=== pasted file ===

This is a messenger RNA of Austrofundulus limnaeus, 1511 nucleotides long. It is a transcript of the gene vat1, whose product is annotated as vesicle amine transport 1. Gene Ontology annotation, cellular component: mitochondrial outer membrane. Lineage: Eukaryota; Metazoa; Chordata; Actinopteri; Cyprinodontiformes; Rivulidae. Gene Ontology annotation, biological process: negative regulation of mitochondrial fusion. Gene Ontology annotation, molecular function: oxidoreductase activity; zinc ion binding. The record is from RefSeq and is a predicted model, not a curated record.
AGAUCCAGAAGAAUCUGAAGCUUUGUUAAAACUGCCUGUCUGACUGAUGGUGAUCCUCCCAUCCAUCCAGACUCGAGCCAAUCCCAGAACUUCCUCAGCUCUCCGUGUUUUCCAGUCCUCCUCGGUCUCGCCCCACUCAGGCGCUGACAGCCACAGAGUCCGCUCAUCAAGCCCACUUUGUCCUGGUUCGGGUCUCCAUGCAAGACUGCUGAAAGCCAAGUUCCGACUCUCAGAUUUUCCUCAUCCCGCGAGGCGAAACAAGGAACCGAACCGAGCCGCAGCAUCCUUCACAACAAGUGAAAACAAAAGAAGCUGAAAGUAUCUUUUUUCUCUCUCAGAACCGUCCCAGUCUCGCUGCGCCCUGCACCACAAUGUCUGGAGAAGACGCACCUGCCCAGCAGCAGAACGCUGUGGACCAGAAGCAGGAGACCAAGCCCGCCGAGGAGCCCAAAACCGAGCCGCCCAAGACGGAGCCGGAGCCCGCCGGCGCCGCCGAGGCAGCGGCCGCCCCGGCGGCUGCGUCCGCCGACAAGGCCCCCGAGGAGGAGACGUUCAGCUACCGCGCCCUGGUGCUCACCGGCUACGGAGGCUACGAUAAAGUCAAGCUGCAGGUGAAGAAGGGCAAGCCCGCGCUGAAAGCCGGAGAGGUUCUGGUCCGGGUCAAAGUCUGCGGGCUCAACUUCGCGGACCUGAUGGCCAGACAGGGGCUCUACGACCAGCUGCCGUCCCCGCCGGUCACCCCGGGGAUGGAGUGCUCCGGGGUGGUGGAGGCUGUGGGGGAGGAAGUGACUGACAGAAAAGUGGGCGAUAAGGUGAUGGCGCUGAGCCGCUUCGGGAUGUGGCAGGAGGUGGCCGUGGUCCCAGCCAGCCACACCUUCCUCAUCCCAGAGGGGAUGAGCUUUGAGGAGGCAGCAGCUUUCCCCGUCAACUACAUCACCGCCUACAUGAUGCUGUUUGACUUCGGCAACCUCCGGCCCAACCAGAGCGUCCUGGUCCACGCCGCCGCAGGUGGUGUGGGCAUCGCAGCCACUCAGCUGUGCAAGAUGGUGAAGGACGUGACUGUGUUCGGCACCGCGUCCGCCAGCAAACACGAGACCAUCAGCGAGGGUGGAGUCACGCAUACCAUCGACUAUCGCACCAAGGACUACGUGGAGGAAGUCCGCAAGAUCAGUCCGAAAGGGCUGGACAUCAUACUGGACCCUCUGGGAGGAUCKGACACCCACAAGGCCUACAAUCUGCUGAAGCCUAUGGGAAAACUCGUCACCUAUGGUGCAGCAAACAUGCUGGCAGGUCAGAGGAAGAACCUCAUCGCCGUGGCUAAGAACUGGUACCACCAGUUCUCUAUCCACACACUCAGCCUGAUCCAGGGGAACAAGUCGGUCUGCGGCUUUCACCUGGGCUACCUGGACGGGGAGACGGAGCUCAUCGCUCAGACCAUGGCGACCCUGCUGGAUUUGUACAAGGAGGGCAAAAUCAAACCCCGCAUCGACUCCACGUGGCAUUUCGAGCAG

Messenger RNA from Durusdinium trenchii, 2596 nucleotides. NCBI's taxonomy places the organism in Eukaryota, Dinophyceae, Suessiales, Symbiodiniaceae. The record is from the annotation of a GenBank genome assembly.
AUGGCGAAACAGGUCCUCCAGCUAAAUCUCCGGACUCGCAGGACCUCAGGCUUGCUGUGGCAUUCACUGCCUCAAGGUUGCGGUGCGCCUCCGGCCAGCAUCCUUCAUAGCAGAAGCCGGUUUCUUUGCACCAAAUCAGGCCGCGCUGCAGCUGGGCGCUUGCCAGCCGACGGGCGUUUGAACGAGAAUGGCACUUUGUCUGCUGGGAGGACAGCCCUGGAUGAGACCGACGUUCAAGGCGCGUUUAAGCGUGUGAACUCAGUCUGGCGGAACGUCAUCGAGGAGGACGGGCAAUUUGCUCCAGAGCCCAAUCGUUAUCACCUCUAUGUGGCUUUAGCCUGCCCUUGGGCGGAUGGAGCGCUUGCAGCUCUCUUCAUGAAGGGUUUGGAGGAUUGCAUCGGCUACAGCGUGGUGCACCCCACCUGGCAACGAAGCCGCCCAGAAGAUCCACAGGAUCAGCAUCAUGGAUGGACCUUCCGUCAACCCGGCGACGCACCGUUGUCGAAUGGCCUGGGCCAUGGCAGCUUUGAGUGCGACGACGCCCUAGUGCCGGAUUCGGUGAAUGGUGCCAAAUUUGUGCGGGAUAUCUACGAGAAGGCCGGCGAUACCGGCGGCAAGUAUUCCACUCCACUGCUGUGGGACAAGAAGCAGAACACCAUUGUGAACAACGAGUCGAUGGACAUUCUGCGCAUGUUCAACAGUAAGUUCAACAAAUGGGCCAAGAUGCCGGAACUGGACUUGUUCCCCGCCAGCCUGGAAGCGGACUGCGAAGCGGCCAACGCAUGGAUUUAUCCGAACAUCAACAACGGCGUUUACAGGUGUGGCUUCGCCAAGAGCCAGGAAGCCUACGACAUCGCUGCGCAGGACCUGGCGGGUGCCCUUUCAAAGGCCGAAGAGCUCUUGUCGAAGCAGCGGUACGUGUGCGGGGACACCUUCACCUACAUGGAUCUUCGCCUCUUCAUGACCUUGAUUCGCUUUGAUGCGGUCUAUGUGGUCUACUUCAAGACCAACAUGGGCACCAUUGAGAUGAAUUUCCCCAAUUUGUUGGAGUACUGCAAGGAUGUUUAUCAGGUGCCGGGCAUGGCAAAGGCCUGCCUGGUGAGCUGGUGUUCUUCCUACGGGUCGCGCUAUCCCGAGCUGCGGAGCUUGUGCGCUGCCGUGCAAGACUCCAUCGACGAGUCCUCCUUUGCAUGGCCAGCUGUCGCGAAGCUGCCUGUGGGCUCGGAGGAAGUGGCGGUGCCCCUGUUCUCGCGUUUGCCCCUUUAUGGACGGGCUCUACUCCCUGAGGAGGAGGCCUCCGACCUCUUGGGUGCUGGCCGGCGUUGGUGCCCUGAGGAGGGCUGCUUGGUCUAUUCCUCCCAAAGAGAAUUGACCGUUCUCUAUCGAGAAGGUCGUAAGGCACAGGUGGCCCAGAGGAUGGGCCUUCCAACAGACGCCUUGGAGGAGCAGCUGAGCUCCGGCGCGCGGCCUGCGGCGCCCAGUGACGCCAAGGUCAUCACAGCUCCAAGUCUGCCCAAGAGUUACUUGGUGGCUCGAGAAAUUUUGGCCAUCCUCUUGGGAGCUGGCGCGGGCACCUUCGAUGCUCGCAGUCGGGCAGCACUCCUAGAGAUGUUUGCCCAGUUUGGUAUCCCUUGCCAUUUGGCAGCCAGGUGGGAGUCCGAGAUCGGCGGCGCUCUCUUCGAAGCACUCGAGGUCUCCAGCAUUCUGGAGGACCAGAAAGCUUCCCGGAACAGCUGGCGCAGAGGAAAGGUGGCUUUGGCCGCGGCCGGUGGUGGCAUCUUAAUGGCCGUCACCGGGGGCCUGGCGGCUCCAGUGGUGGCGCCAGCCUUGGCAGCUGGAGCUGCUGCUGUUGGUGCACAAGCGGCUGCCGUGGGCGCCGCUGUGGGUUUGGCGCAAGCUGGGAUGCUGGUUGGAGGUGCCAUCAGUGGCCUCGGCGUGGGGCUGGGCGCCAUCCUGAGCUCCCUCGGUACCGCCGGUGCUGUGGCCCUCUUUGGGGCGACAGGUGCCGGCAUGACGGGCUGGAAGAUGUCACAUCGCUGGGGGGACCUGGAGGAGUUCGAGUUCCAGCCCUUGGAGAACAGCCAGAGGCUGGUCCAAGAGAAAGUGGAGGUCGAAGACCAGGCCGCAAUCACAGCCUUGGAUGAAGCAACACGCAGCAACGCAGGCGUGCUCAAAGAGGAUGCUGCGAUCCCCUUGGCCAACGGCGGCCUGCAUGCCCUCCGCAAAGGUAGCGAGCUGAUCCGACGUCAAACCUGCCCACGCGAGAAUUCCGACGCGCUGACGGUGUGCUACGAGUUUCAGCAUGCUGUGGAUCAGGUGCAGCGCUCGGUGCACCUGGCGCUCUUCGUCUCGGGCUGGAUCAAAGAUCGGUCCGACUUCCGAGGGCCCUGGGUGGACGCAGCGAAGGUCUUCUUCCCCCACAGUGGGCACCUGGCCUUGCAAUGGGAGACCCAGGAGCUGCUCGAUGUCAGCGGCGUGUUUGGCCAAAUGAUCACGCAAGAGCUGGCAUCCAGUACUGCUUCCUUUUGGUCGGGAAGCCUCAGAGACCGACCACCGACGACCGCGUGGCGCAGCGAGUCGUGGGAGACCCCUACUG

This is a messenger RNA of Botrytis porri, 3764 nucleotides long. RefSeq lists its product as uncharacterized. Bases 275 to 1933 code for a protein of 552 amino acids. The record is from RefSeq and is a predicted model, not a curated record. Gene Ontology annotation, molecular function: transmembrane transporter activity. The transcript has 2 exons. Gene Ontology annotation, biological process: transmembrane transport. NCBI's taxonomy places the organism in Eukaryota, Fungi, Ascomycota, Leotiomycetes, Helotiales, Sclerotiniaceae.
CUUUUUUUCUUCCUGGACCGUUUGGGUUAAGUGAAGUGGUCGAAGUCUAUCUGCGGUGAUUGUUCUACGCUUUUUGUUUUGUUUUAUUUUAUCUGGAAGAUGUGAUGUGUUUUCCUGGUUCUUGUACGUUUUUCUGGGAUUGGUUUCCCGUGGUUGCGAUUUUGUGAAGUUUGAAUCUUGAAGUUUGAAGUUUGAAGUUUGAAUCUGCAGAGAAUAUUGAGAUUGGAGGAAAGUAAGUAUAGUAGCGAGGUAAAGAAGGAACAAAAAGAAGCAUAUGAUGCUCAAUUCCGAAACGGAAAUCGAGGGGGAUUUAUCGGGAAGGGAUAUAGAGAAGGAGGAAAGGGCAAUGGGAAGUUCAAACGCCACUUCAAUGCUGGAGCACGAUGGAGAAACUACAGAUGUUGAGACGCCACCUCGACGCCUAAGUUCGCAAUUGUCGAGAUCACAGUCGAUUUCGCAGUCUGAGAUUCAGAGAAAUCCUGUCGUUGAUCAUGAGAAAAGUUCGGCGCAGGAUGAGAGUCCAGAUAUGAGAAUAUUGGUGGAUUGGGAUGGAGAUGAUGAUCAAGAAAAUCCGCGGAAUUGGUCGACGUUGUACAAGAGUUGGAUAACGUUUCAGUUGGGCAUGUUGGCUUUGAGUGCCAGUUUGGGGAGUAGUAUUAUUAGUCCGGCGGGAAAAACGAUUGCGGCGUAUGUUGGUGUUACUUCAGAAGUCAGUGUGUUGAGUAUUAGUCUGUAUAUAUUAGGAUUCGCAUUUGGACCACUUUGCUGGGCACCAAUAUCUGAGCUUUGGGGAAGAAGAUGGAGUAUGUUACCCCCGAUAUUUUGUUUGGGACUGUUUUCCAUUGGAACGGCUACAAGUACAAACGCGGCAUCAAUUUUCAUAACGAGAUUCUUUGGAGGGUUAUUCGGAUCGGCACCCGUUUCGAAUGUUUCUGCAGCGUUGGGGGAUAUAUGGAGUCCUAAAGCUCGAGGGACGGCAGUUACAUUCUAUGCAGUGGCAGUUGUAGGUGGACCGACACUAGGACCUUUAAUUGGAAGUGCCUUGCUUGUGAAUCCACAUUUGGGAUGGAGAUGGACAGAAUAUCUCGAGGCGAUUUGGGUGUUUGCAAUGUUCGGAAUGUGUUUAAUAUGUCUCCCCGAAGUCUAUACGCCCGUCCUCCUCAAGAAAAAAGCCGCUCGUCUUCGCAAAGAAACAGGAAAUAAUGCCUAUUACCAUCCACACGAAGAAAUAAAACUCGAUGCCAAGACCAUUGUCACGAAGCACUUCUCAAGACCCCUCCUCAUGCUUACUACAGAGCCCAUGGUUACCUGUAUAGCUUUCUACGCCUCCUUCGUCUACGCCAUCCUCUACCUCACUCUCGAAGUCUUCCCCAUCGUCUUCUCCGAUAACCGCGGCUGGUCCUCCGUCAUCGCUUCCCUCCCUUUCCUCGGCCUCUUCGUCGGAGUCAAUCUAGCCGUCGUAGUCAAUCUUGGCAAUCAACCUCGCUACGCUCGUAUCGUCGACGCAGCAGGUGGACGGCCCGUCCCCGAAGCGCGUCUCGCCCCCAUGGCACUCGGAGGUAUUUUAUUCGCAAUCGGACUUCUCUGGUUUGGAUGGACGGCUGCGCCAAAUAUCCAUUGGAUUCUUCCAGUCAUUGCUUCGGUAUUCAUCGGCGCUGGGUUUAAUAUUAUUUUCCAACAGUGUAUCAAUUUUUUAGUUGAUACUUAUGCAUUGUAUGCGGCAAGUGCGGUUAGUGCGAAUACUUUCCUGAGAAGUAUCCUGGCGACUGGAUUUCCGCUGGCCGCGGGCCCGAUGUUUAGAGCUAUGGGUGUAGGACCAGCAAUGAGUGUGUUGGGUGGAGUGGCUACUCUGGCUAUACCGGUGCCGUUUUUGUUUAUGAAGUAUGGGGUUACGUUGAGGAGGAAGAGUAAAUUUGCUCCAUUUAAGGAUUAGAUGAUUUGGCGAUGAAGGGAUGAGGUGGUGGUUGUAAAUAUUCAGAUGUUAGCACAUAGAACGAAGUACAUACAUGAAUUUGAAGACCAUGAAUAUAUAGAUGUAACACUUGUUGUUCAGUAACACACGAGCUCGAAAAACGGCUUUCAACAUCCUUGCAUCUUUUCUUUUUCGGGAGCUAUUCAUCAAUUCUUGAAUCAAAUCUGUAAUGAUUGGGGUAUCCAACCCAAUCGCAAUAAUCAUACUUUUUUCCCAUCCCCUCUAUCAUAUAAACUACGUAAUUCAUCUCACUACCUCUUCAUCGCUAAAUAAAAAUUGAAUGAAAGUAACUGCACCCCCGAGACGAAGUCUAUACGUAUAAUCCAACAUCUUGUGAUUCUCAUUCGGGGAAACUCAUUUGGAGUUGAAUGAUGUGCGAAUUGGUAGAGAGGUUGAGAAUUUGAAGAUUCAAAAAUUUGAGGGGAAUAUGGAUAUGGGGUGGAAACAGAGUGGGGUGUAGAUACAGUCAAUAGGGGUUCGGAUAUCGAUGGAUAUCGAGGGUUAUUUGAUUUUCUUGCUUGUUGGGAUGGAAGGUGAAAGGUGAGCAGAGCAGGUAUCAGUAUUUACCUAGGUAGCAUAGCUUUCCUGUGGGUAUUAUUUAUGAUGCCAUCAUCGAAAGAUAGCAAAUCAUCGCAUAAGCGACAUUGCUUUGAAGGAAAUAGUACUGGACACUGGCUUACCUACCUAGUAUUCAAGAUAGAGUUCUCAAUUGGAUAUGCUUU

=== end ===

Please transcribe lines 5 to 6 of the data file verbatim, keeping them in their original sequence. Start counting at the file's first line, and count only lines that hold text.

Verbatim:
This is a messenger RNA of Botrytis porri, 3764 nucleotides long. RefSeq lists its product as uncharacterized. Bases 275 to 1933 code for a protein of 552 amino acids. The record is from RefSeq and is a predicted model, not a curated record. Gene Ontology annotation, molecular function: transmembrane transporter activity. The transcript has 2 exons. Gene Ontology annotation, biological process: transmembrane transport. NCBI's taxonomy places the organism in Eukaryota, Fungi, Ascomycota, Leotiomycetes, Helotiales, Sclerotiniaceae.
CUUUUUUUCUUCCUGGACCGUUUGGGUUAAGUGAAGUGGUCGAAGUCUAUCUGCGGUGAUUGUUCUACGCUUUUUGUUUUGUUUUAUUUUAUCUGGAAGAUGUGAUGUGUUUUCCUGGUUCUUGUACGUUUUUCUGGGAUUGGUUUCCCGUGGUUGCGAUUUUGUGAAGUUUGAAUCUUGAAGUUUGAAGUUUGAAGUUUGAAUCUGCAGAGAAUAUUGAGAUUGGAGGAAAGUAAGUAUAGUAGCGAGGUAAAGAAGGAACAAAAAGAAGCAUAUGAUGCUCAAUUCCGAAACGGAAAUCGAGGGGGAUUUAUCGGGAAGGGAUAUAGAGAAGGAGGAAAGGGCAAUGGGAAGUUCAAACGCCACUUCAAUGCUGGAGCACGAUGGAGAAACUACAGAUGUUGAGACGCCACCUCGACGCCUAAGUUCGCAAUUGUCGAGAUCACAGUCGAUUUCGCAGUCUGAGAUUCAGAGAAAUCCUGUCGUUGAUCAUGAGAAAAGUUCGGCGCAGGAUGAGAGUCCAGAUAUGAGAAUAUUGGUGGAUUGGGAUGGAGAUGAUGAUCAAGAAAAUCCGCGGAAUUGGUCGACGUUGUACAAGAGUUGGAUAACGUUUCAGUUGGGCAUGUUGGCUUUGAGUGCCAGUUUGGGGAGUAGUAUUAUUAGUCCGGCGGGAAAAACGAUUGCGGCGUAUGUUGGUGUUACUUCAGAAGUCAGUGUGUUGAGUAUUAGUCUGUAUAUAUUAGGAUUCGCAUUUGGACCACUUUGCUGGGCACCAAUAUCUGAGCUUUGGGGAAGAAGAUGGAGUAUGUUACCCCCGAUAUUUUGUUUGGGACUGUUUUCCAUUGGAACGGCUACAAGUACAAACGCGGCAUCAAUUUUCAUAACGAGAUUCUUUGGAGGGUUAUUCGGAUCGGCACCCGUUUCGAAUGUUUCUGCAGCGUUGGGGGAUAUAUGGAGUCCUAAAGCUCGAGGGACGGCAGUUACAUUCUAUGCAGUGGCAGUUGUAGGUGGACCGACACUAGGACCUUUAAUUGGAAGUGCCUUGCUUGUGAAUCCACAUUUGGGAUGGAGAUGGACAGAAUAUCUCGAGGCGAUUUGGGUGUUUGCAAUGUUCGGAAUGUGUUUAAUAUGUCUCCCCGAAGUCUAUACGCCCGUCCUCCUCAAGAAAAAAGCCGCUCGUCUUCGCAAAGAAACAGGAAAUAAUGCCUAUUACCAUCCACACGAAGAAAUAAAACUCGAUGCCAAGACCAUUGUCACGAAGCACUUCUCAAGACCCCUCCUCAUGCUUACUACAGAGCCCAUGGUUACCUGUAUAGCUUUCUACGCCUCCUUCGUCUACGCCAUCCUCUACCUCACUCUCGAAGUCUUCCCCAUCGUCUUCUCCGAUAACCGCGGCUGGUCCUCCGUCAUCGCUUCCCUCCCUUUCCUCGGCCUCUUCGUCGGAGUCAAUCUAGCCGUCGUAGUCAAUCUUGGCAAUCAACCUCGCUACGCUCGUAUCGUCGACGCAGCAGGUGGACGGCCCGUCCCCGAAGCGCGUCUCGCCCCCAUGGCACUCGGAGGUAUUUUAUUCGCAAUCGGACUUCUCUGGUUUGGAUGGACGGCUGCGCCAAAUAUCCAUUGGAUUCUUCCAGUCAUUGCUUCGGUAUUCAUCGGCGCUGGGUUUAAUAUUAUUUUCCAACAGUGUAUCAAUUUUUUAGUUGAUACUUAUGCAUUGUAUGCGGCAAGUGCGGUUAGUGCGAAUACUUUCCUGAGAAGUAUCCUGGCGACUGGAUUUCCGCUGGCCGCGGGCCCGAUGUUUAGAGCUAUGGGUGUAGGACCAGCAAUGAGUGUGUUGGGUGGAGUGGCUACUCUGGCUAUACCGGUGCCGUUUUUGUUUAUGAAGUAUGGGGUUACGUUGAGGAGGAAGAGUAAAUUUGCUCCAUUUAAGGAUUAGAUGAUUUGGCGAUGAAGGGAUGAGGUGGUGGUUGUAAAUAUUCAGAUGUUAGCACAUAGAACGAAGUACAUACAUGAAUUUGAAGACCAUGAAUAUAUAGAUGUAACACUUGUUGUUCAGUAACACACGAGCUCGAAAAACGGCUUUCAACAUCCUUGCAUCUUUUCUUUUUCGGGAGCUAUUCAUCAAUUCUUGAAUCAAAUCUGUAAUGAUUGGGGUAUCCAACCCAAUCGCAAUAAUCAUACUUUUUUCCCAUCCCCUCUAUCAUAUAAACUACGUAAUUCAUCUCACUACCUCUUCAUCGCUAAAUAAAAAUUGAAUGAAAGUAACUGCACCCCCGAGACGAAGUCUAUACGUAUAAUCCAACAUCUUGUGAUUCUCAUUCGGGGAAACUCAUUUGGAGUUGAAUGAUGUGCGAAUUGGUAGAGAGGUUGAGAAUUUGAAGAUUCAAAAAUUUGAGGGGAAUAUGGAUAUGGGGUGGAAACAGAGUGGGGUGUAGAUACAGUCAAUAGGGGUUCGGAUAUCGAUGGAUAUCGAGGGUUAUUUGAUUUUCUUGCUUGUUGGGAUGGAAGGUGAAAGGUGAGCAGAGCAGGUAUCAGUAUUUACCUAGGUAGCAUAGCUUUCCUGUGGGUAUUAUUUAUGAUGCCAUCAUCGAAAGAUAGCAAAUCAUCGCAUAAGCGACAUUGCUUUGAAGGAAAUAGUACUGGACACUGGCUUACCUACCUAGUAUUCAAGAUAGAGUUCUCAAUUGGAUAUGCUUU